Feminists in Singapore

Feminist movements in Singapore have achieved considerable milestones over the past 50 years. We’re blessed with good education for girls, largely equal pay in the workforce and autonomy over basic rights such as birth control.

However, I believe that modern day feminism has been marred by radical feminists and their flawed perception of feminism, which makes it more difficult to openly discuss the F word.

Misconstrued interpretation of what feminism means

In other parts of the world, girls march naked in public at feminist movements such as #slutwalks to protest against victim-blaming in rape culture. But I on the other hand, believe that my modesty empowers me. Yes, even with my hijab on in our 30-degrees weather. I don’t feel the need to bare my skin to make men see me as their equal. It’s my way of saying hey, I’m a woman who commands your respect not because of how I look but because of who I am.

A large number of millennial girls believe that feminism refers to the elevation of women’s status; sometimes even thinking that women should be better than men. That’s not what feminism is at all! But why then do so many subscribe to the wrong interpretation of feminism?

Back in Junior College, I had been ignorant and insensitive when I proudly proclaimed “All Men Are Useless” due to my experience with some incompetent boys. Now I know that I had misinterpreted what feminism meant and the way I had behaved was not appropriate.

My new and improved definition of feminism is that it’s a belief in equality for people of all genders in terms of opportunities and respect. It doesn’t mean that women are placed above men or that men’s issues are not as important. Which brings me onto my next point about National Service (NS).

Feminism also means advocacy for men’s rights

Feminists these days actively demand for equality, but when National Service (NS) is brought up, they think twice.

All Singaporean men are required by law to serve the nation for two years while women don’t have to. Clearly, fairness isn’t in the picture. Ask any proud feminist if she’d be willing to undergo NS, and she might pull a “genetics” card. Men are biologically more muscular so bopian, they should be the ones to serve, right? But when it comes to cooking, cleaning, sewing, no modern woman should be subjected to traditional roles, right? #DoubleStandards

In a hypothetical war situation, why should our nation only depend on men for its security? Are we all not equal citizens of our country?

We shouldn’t try to blindly mimic what men can do, but rather fill in equally important roles in other fields. Why can’t we serve in other ways such as in clerical work or first aid? For those who are physically able to undertake more taxing positions, they should be allowed to do so. #FreedomOfChoice yo.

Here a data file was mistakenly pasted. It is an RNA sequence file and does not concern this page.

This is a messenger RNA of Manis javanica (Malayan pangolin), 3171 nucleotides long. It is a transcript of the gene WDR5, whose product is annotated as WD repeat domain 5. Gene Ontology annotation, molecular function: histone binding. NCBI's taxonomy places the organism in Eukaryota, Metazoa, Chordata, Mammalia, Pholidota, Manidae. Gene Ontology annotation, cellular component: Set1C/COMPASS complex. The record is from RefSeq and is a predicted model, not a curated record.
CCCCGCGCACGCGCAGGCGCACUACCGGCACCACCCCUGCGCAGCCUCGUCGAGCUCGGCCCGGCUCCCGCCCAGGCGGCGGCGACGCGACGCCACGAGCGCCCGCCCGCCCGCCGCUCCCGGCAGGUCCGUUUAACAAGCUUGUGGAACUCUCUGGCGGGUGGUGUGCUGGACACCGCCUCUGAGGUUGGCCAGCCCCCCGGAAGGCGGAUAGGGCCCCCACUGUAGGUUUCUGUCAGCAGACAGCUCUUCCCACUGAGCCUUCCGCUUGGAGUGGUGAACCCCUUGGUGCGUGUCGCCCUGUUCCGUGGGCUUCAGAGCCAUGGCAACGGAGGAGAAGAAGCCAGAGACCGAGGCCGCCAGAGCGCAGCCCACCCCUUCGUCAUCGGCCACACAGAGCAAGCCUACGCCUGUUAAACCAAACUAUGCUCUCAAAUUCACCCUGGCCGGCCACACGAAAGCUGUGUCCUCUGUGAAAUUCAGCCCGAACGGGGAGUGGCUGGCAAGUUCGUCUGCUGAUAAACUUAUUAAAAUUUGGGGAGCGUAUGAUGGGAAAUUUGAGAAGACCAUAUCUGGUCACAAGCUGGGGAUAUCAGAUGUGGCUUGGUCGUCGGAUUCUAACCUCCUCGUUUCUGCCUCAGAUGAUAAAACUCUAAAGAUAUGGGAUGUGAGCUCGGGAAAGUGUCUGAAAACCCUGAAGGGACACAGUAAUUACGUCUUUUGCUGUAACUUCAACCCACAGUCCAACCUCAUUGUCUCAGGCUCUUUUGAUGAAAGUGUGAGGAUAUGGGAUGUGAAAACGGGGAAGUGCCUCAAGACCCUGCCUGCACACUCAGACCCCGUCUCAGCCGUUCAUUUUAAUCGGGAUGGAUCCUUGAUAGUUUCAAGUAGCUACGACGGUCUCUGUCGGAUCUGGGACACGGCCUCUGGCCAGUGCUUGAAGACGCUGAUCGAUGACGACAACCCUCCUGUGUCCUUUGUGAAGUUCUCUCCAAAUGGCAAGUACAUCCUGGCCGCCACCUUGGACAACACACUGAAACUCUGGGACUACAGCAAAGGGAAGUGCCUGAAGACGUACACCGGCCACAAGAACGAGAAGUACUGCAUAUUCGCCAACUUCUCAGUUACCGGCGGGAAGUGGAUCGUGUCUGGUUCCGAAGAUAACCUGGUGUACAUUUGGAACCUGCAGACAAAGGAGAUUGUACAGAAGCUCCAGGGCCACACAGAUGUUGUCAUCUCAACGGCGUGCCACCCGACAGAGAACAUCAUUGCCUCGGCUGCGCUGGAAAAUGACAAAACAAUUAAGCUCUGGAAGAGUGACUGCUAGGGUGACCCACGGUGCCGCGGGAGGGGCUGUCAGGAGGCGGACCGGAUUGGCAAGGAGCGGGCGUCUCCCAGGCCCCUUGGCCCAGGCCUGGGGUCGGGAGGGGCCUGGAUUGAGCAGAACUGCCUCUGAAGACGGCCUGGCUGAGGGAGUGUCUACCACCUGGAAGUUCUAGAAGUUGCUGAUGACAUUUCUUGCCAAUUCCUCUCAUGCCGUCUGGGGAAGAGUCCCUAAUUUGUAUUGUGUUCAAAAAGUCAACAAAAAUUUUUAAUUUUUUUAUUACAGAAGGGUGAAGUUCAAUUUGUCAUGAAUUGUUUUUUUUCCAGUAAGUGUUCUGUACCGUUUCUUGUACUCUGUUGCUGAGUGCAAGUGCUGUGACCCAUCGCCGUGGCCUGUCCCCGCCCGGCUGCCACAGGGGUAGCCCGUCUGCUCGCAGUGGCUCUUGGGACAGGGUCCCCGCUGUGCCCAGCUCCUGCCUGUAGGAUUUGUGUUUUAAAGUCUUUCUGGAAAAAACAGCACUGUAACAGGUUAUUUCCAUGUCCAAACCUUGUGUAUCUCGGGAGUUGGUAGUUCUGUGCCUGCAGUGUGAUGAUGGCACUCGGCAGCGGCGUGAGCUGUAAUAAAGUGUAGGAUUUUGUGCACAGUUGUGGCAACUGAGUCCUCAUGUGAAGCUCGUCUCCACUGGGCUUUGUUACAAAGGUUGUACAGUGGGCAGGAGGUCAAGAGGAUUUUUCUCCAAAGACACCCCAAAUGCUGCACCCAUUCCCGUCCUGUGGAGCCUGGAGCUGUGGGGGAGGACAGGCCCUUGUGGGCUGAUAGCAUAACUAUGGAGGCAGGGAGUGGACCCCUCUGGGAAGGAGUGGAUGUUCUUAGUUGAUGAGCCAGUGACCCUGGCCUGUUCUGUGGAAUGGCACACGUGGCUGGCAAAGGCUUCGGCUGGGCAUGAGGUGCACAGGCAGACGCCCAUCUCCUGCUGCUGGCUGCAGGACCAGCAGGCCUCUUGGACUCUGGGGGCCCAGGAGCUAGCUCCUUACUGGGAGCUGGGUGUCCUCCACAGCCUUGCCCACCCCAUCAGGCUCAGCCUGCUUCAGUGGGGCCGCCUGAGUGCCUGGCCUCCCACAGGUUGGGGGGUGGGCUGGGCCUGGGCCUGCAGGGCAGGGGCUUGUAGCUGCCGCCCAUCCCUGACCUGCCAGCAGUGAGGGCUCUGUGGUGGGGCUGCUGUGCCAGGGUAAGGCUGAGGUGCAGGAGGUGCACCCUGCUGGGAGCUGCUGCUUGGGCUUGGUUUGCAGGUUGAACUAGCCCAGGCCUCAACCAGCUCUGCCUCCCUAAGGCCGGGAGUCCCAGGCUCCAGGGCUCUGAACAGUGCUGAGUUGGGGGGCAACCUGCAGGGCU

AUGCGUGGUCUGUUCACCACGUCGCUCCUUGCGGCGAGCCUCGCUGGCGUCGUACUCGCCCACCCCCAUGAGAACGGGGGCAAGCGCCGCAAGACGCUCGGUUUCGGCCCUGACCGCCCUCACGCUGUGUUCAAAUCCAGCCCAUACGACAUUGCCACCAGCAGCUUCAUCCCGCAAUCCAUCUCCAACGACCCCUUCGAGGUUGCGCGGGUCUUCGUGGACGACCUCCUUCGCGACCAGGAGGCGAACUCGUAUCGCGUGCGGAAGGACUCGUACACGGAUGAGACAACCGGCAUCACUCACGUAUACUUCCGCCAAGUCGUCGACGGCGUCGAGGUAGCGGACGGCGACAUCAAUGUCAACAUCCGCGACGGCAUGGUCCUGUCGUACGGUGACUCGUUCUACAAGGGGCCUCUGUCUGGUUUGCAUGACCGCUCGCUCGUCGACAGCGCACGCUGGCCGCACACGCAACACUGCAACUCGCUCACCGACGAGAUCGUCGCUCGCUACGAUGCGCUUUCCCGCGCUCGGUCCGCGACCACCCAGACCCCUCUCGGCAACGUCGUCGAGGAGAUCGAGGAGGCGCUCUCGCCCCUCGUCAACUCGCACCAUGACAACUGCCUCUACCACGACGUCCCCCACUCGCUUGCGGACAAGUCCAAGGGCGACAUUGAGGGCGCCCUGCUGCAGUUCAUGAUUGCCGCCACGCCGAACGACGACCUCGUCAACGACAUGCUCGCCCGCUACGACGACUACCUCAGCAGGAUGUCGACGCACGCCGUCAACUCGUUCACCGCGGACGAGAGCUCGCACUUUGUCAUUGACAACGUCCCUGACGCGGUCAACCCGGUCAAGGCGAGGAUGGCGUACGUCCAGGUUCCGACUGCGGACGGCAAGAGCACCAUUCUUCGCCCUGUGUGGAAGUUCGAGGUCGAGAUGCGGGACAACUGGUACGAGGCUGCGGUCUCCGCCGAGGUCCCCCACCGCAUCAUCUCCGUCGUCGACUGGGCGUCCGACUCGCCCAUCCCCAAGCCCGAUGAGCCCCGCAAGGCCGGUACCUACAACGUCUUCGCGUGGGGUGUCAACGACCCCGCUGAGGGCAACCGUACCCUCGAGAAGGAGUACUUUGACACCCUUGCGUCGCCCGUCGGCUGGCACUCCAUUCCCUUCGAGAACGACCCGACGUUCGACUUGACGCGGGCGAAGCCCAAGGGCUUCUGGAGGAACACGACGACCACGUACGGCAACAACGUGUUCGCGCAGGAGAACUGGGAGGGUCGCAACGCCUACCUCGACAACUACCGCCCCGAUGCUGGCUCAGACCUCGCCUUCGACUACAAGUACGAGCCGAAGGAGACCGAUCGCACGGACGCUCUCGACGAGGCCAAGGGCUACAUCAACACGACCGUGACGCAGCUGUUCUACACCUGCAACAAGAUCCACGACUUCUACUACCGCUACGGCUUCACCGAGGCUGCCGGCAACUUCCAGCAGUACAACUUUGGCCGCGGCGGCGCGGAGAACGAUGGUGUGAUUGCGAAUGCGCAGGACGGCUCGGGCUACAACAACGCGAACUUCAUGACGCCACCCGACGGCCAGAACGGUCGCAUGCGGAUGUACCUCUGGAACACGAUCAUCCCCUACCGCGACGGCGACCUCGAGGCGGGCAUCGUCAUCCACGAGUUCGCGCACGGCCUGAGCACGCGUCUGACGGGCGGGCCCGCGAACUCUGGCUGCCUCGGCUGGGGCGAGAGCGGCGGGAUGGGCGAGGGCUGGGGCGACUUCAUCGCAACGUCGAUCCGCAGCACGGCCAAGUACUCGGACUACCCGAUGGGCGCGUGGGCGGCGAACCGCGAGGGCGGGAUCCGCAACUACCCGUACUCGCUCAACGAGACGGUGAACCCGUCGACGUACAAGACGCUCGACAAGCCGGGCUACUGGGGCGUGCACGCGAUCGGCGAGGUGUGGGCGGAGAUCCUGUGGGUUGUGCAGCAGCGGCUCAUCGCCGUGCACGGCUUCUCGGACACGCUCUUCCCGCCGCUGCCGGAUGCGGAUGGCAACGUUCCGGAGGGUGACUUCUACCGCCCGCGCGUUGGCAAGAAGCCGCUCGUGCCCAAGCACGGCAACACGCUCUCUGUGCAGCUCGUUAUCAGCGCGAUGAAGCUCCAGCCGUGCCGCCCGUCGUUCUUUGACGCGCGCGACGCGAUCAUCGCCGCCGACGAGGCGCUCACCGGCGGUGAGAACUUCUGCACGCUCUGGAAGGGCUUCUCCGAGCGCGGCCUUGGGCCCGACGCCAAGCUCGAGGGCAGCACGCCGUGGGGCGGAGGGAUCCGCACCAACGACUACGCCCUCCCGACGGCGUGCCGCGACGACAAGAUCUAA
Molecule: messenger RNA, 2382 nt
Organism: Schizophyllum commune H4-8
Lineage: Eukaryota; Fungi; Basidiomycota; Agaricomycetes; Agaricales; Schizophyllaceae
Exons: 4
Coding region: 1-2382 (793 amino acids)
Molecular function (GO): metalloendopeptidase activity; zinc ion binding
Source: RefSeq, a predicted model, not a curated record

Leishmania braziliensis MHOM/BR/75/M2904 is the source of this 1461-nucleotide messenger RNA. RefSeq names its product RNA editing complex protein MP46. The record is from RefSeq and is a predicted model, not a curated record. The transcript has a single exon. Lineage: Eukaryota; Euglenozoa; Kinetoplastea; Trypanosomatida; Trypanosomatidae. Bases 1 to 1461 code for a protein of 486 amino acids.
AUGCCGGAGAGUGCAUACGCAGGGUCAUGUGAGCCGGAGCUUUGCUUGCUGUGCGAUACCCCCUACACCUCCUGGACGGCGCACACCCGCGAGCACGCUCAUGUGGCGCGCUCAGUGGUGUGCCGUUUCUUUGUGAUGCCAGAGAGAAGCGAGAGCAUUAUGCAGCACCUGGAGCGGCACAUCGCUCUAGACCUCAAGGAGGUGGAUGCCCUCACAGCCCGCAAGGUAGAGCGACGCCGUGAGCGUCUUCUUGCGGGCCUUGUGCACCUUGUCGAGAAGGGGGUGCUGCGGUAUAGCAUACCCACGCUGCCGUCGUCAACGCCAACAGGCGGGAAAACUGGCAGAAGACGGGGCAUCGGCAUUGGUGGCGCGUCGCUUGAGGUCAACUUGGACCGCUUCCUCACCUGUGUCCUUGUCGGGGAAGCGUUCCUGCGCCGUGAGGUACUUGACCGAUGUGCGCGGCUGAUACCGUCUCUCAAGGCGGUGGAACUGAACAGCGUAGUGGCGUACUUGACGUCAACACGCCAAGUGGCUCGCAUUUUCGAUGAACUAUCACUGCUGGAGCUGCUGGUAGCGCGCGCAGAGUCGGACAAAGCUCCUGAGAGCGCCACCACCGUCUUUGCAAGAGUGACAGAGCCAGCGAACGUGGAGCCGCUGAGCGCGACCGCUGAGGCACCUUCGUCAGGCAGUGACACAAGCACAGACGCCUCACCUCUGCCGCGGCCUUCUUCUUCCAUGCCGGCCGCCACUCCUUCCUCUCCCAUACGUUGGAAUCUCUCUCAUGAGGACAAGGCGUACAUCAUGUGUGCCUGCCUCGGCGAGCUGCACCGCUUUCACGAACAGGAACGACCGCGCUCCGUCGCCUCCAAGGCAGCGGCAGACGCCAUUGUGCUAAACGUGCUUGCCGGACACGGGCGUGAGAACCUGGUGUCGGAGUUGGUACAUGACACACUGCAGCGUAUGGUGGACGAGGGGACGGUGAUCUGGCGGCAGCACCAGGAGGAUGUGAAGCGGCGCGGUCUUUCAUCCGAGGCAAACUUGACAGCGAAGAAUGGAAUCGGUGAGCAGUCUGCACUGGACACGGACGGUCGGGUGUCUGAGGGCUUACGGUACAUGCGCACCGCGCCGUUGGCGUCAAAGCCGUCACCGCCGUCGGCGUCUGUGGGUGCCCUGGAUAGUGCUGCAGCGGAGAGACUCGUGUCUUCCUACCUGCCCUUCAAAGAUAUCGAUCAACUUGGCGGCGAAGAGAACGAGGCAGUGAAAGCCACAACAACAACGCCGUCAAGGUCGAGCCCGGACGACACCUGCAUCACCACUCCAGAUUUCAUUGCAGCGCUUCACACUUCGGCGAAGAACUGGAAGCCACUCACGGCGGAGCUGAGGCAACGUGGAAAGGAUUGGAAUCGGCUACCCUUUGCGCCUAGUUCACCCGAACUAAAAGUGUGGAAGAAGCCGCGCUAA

Another global issue I disagree with is how men are discriminated with regards to being victims of sexual assault and the social stigma around it. Such a scenario is not unheard of and the fact that our legal system also propagates this idea of men being only the assaulters and not the victims is damaging.

In our Penal Code Section 375(1), rape is defined as “Any man who penetrates the vagina of a woman with his penis”. This immediately victimises women and places the blame on men. Rape is possible the other way around and it’s important to destigmatize this issue in order to provide the necessary support to victims of all sexualities.

Existing organisations are rather inaccessible to the younger generation

Yes, there are a few notable organisations dedicated to the feminist cause, but fo realz tho, getting involved in such organisations don’t seem appealing to girls my age. I find that millennials would rather be “Keyboard Warriors” who tirelessly argue with people on social media platforms than actively make a difference.

Many of us are hesitant to openly declare ourselves as feminists, either because of the bad rep it has or simply because we don’t feel an affinity to the existing organisations.

Moreover, some of these organisations such as AWARE don’t even allow or encourage men to join as members. My question to such organisations is: if you yourself are imposing such restrictions and creating divisiveness, how can you expect a more inclusive society with gender equality? It’s like killing people to teach others that killing is wrong. Makes sense? No.

As feminists, we should be more open minded and not adopt a moral high ground when speaking with those we don’t necessarily agree with.

I myself struggled with this a lot. I thought that people were either feminists who believed in equality for all, or horrible humans if they didn’t. (jk…)

I can get very passionate about my argument when the opposing view may not sound logical to me. But we can’t fight fire with fire. We’d be more productive if we focus on what women can do that men don’t usually excel in, instead of thinking we should do everything men do.

Stand up for equality

As advocates for change, we need to be patient and look at the bigger picture. We must consider this: if more people are being put off by feminists’ vehemence in insisting on our POV, then we are not achieving much.

I admit that I haven’t done much to actively contribute to the cause but perhaps this is my first step forward. What’s your first step going to be?

It’s not going to be easy and neither is it gonna happen overnight. But with honest intentions, perseverance and an open heart and mind, we’ll make tomorrow better than today. Mic drop.

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